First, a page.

U2 Rehearse Rarities In Preparation For Australian Tour

The group has reportedly played 'One Tree Hill' and 'Scarlet' in rehearsals

November 24, 2010 9:29 AM ET


U2 are currently camped out at Mt. Smart Stadium in Auckland, New Zealand, rehearsing for their upcoming ten-date tour of Australia and New Zealand, which features special guest Jay-Z. (Watch the band perform "Sunday Bloody Sunday" with Jay in the video above.) According to fan site u2gigs.com, the band has rehearsed much of their standard set list in addition to the 1981 rarity "Scarlet," The Joshua Tree deep cut "One Tree Hill" and "Boy Falls From The Sky," from Bono and The Edge's soundtrack to the Broadway musical Spider-Man: Turn Off The Dark.

The heavily gospel-influenced "Scarlet" has only been played live once before, at a September 1981 BBC taping. With the occasional exception of "Gloria," the group almost never plays songs from October — which many in the group claim is their weakest album. Less surprising is the possible return of "One Tree Hill." It was written about New Zealand native Greg Carroll, who was Bono's assistant and close friend until he died of a motorcycle accident 24 years ago. The band often revives the song when they play Carroll's home country, and the title refers to a volcanic peak in Auckland that used to have a single tree on top of it.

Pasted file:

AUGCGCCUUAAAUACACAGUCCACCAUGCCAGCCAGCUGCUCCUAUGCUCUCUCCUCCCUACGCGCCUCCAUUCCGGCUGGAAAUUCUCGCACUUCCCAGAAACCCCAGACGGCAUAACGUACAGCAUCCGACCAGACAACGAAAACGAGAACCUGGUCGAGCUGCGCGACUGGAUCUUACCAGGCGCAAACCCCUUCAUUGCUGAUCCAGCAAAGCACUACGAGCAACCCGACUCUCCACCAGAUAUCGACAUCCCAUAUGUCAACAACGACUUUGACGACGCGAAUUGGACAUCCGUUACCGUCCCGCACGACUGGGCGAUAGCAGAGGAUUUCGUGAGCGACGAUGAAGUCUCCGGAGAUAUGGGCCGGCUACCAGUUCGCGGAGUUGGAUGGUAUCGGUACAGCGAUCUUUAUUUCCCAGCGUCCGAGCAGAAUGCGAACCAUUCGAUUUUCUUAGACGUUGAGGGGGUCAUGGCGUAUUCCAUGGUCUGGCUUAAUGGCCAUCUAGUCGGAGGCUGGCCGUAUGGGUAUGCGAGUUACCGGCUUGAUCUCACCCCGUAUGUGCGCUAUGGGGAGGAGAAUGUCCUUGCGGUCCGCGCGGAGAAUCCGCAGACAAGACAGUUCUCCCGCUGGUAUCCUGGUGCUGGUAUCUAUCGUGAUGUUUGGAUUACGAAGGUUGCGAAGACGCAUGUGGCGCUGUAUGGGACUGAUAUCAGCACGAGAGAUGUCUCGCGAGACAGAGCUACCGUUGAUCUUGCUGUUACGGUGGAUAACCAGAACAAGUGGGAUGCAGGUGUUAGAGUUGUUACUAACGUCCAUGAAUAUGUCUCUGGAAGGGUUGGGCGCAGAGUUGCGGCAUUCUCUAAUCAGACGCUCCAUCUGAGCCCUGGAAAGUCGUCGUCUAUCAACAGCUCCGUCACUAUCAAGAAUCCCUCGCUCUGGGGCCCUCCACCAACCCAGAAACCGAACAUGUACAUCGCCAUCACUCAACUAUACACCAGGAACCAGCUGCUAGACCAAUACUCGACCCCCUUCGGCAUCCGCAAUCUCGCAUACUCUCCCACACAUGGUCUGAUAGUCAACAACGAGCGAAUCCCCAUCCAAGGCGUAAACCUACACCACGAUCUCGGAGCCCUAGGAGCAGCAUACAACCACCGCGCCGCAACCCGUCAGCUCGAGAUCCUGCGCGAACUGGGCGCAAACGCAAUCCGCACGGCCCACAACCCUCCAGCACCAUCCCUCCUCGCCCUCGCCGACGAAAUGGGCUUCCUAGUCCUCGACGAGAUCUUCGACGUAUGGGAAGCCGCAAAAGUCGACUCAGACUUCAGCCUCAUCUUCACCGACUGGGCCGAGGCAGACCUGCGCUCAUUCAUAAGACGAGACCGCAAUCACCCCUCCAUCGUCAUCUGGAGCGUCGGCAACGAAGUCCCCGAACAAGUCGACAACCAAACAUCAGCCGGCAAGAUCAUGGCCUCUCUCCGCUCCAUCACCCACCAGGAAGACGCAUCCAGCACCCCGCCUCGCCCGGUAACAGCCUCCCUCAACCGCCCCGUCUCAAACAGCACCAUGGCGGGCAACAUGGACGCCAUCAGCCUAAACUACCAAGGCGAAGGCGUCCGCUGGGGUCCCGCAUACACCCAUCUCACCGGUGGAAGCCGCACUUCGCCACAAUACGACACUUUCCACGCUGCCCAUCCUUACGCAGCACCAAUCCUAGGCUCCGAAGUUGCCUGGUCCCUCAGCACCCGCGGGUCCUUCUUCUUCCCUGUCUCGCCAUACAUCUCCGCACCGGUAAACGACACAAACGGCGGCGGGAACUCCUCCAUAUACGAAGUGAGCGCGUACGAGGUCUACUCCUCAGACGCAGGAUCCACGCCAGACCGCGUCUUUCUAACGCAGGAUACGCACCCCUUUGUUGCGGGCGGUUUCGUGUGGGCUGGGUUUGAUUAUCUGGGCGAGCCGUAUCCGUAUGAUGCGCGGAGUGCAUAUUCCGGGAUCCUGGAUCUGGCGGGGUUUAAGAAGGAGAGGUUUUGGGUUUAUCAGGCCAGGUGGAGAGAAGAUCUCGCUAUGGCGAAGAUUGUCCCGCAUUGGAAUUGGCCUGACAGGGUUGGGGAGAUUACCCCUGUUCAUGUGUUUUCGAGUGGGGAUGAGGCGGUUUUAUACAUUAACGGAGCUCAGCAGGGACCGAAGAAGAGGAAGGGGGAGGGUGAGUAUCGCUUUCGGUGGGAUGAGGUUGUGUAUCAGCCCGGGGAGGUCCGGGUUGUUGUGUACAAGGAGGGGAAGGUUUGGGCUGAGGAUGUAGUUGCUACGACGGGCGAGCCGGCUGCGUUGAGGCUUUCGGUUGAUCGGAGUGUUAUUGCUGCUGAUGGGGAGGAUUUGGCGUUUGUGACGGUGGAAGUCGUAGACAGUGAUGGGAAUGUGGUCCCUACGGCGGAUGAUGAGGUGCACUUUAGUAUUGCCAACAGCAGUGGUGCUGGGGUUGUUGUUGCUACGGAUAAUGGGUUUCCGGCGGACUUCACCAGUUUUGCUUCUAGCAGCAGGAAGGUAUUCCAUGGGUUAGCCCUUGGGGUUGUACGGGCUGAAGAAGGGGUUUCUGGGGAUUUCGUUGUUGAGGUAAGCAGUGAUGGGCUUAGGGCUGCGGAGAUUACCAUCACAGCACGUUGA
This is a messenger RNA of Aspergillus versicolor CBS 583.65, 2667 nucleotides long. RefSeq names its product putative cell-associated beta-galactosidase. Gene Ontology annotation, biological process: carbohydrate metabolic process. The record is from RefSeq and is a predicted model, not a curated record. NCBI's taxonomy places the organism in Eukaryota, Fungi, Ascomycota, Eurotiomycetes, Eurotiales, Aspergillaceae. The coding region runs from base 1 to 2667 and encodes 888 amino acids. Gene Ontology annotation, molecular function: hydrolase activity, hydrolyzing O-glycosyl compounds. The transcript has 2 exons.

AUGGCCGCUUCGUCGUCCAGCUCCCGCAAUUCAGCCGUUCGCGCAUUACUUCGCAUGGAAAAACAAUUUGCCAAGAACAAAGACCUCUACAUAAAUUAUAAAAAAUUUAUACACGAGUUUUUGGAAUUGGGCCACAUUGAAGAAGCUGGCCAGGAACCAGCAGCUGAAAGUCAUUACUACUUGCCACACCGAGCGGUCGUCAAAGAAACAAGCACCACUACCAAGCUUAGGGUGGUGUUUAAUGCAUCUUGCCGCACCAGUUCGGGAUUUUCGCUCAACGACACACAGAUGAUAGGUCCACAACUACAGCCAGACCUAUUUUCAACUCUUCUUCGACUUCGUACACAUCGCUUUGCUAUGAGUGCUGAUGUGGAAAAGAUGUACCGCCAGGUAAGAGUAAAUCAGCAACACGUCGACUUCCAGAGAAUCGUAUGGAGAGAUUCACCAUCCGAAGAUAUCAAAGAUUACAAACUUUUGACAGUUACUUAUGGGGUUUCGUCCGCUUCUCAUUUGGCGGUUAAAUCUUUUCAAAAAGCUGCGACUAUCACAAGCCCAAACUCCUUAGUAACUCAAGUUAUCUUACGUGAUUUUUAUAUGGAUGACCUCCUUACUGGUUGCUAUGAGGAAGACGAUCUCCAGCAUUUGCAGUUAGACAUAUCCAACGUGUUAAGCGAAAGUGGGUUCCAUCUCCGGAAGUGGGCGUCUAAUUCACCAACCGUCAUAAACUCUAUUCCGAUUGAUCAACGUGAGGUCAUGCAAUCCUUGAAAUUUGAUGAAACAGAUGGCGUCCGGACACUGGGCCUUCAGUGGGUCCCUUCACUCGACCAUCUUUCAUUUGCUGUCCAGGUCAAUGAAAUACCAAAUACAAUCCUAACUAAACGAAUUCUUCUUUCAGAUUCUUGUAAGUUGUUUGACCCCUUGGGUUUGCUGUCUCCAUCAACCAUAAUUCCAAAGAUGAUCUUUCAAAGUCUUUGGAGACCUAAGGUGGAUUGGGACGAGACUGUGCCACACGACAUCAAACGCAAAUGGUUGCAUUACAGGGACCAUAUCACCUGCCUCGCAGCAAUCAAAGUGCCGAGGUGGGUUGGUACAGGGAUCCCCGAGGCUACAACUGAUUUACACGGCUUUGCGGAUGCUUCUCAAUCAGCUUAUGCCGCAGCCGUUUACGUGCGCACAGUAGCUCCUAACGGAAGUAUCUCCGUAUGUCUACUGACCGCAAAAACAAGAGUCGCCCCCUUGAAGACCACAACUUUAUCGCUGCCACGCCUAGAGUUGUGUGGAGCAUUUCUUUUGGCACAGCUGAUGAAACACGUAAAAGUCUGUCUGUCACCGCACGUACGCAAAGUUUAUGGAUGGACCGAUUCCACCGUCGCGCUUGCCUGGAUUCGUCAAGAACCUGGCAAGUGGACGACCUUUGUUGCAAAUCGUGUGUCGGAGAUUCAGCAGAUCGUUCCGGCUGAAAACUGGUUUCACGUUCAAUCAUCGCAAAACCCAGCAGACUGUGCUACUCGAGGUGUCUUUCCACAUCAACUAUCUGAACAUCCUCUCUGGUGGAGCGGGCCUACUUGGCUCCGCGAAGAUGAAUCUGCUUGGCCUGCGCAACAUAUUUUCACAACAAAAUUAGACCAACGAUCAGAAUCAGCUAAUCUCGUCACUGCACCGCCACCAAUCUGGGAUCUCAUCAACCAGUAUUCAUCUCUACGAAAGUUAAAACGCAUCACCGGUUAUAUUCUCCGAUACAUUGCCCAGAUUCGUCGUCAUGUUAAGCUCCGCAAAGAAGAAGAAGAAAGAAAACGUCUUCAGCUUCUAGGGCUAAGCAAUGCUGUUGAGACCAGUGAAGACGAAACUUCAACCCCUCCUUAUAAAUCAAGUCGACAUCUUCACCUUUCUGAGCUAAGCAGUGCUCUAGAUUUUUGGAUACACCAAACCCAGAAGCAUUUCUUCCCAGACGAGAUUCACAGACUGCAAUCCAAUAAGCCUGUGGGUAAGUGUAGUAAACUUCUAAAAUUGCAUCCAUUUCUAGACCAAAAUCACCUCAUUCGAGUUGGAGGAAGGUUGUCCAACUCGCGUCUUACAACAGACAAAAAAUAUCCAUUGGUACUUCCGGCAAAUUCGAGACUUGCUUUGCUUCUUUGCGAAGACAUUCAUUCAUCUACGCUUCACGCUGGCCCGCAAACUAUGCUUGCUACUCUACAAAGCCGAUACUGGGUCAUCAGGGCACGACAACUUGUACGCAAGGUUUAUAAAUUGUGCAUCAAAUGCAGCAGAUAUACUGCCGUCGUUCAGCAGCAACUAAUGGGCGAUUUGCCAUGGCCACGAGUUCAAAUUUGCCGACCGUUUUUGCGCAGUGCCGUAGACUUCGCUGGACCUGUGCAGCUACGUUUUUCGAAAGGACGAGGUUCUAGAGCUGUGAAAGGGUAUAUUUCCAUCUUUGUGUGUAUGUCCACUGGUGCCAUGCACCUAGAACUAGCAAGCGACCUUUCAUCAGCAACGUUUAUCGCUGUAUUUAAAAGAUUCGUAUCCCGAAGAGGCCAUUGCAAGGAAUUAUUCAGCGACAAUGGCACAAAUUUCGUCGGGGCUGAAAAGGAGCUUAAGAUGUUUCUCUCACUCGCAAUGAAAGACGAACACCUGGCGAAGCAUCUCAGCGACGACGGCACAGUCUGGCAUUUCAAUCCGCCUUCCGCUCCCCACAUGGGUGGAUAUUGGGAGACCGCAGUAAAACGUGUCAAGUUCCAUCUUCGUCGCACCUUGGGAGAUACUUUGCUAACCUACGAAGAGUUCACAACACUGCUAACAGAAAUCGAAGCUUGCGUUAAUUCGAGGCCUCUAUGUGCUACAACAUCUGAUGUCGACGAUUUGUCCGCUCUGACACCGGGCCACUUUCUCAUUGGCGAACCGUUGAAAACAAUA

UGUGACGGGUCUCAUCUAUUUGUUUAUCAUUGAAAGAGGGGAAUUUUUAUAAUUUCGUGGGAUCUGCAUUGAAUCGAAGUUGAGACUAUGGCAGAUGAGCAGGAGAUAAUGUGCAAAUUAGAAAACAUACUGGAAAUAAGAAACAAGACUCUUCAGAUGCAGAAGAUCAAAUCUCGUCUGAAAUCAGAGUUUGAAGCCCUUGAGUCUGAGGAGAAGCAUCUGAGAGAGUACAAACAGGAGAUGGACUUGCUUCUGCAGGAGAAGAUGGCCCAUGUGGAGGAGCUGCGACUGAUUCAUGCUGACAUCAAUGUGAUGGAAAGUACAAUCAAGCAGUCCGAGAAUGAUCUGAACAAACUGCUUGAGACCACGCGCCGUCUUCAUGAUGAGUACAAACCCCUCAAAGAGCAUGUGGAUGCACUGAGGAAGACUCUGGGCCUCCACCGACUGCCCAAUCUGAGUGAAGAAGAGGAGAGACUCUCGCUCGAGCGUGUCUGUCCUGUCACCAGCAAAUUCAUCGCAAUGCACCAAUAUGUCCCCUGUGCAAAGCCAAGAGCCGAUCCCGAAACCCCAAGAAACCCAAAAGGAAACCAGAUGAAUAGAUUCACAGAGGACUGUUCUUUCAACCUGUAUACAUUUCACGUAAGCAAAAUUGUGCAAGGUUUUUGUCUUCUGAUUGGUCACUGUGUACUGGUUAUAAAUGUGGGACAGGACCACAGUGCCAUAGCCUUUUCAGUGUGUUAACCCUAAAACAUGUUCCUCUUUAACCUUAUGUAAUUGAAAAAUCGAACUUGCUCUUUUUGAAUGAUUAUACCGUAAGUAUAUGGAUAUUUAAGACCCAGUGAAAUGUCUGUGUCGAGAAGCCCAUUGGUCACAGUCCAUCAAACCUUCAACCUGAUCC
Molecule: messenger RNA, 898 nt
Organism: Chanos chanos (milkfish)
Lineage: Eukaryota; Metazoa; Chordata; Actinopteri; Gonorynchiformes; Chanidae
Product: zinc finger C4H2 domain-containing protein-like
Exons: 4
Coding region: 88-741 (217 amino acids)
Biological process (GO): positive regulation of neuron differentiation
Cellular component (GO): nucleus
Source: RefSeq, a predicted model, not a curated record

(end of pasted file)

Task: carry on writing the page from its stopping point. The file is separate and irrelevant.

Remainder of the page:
Take a look back at three decades of U2, onstage and off

The resumption of their world tour comes at a stressful time for Bono and The Edge. They spent much of the last month in New York helping out at rehearsals for Spider-Man: Turn Off The Dark. According to The New York Times , Bono and The Edge left for New Zealand before they had a chance to see a single complete run-through of the show. The first previews are scheduled to begin this Sunday.

It's common for U2's opening act to join them for a song at some point during the tour. It's been reported that one rehearsal of "Scarlet" featured a guest rap by Jay-Z. On October the song features nothing but the word "rejoice" repeated over and over, so that would give him plenty of freedom to improvise a verse.

Read David Fricke's review of U2's August concert in Italy

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